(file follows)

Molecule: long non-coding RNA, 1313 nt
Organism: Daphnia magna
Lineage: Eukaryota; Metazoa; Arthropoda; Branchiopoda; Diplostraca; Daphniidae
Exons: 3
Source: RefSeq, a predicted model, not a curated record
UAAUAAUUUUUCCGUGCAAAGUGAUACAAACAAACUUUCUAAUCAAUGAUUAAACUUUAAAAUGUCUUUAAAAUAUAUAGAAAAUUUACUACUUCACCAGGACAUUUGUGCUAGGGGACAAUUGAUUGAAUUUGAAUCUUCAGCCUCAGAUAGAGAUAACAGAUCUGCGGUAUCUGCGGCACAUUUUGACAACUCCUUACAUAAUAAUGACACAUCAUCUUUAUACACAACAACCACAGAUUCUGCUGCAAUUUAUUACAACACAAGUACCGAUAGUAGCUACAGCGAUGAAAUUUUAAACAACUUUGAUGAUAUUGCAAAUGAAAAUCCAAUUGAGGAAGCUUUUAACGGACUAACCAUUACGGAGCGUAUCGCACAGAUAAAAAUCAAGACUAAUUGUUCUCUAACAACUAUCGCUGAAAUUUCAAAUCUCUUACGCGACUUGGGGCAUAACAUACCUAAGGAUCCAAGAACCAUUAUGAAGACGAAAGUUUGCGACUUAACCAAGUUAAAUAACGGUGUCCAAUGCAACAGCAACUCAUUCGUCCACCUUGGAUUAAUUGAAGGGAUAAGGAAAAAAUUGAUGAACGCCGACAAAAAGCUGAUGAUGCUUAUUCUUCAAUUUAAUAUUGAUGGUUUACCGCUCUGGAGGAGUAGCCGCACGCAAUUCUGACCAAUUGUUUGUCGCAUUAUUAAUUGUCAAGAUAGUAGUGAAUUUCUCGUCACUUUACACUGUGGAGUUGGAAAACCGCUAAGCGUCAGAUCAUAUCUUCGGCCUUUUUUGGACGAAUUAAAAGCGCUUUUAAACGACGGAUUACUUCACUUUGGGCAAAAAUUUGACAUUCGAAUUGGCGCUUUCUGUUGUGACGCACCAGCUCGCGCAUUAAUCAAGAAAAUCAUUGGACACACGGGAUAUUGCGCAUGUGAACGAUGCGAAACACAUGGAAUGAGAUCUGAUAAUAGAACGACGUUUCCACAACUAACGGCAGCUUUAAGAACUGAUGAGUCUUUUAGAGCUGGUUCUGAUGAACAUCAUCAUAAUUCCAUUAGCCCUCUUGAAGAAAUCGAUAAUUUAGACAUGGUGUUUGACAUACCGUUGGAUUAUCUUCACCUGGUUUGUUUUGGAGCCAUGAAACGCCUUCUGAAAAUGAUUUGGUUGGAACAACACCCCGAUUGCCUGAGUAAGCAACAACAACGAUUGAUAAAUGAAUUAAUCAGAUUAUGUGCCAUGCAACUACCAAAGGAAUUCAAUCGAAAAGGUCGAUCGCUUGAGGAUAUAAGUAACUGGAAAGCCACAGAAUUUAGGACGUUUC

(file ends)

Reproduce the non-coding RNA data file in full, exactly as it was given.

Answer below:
Molecule: long non-coding RNA, 1313 nt
Organism: Daphnia magna
Lineage: Eukaryota; Metazoa; Arthropoda; Branchiopoda; Diplostraca; Daphniidae
Exons: 3
Source: RefSeq, a predicted model, not a curated record
UAAUAAUUUUUCCGUGCAAAGUGAUACAAACAAACUUUCUAAUCAAUGAUUAAACUUUAAAAUGUCUUUAAAAUAUAUAGAAAAUUUACUACUUCACCAGGACAUUUGUGCUAGGGGACAAUUGAUUGAAUUUGAAUCUUCAGCCUCAGAUAGAGAUAACAGAUCUGCGGUAUCUGCGGCACAUUUUGACAACUCCUUACAUAAUAAUGACACAUCAUCUUUAUACACAACAACCACAGAUUCUGCUGCAAUUUAUUACAACACAAGUACCGAUAGUAGCUACAGCGAUGAAAUUUUAAACAACUUUGAUGAUAUUGCAAAUGAAAAUCCAAUUGAGGAAGCUUUUAACGGACUAACCAUUACGGAGCGUAUCGCACAGAUAAAAAUCAAGACUAAUUGUUCUCUAACAACUAUCGCUGAAAUUUCAAAUCUCUUACGCGACUUGGGGCAUAACAUACCUAAGGAUCCAAGAACCAUUAUGAAGACGAAAGUUUGCGACUUAACCAAGUUAAAUAACGGUGUCCAAUGCAACAGCAACUCAUUCGUCCACCUUGGAUUAAUUGAAGGGAUAAGGAAAAAAUUGAUGAACGCCGACAAAAAGCUGAUGAUGCUUAUUCUUCAAUUUAAUAUUGAUGGUUUACCGCUCUGGAGGAGUAGCCGCACGCAAUUCUGACCAAUUGUUUGUCGCAUUAUUAAUUGUCAAGAUAGUAGUGAAUUUCUCGUCACUUUACACUGUGGAGUUGGAAAACCGCUAAGCGUCAGAUCAUAUCUUCGGCCUUUUUUGGACGAAUUAAAAGCGCUUUUAAACGACGGAUUACUUCACUUUGGGCAAAAAUUUGACAUUCGAAUUGGCGCUUUCUGUUGUGACGCACCAGCUCGCGCAUUAAUCAAGAAAAUCAUUGGACACACGGGAUAUUGCGCAUGUGAACGAUGCGAAACACAUGGAAUGAGAUCUGAUAAUAGAACGACGUUUCCACAACUAACGGCAGCUUUAAGAACUGAUGAGUCUUUUAGAGCUGGUUCUGAUGAACAUCAUCAUAAUUCCAUUAGCCCUCUUGAAGAAAUCGAUAAUUUAGACAUGGUGUUUGACAUACCGUUGGAUUAUCUUCACCUGGUUUGUUUUGGAGCCAUGAAACGCCUUCUGAAAAUGAUUUGGUUGGAACAACACCCCGAUUGCCUGAGUAAGCAACAACAACGAUUGAUAAAUGAAUUAAUCAGAUUAUGUGCCAUGCAACUACCAAAGGAAUUCAAUCGAAAAGGUCGAUCGCUUGAGGAUAUAAGUAACUGGAAAGCCACAGAAUUUAGGACGUUUC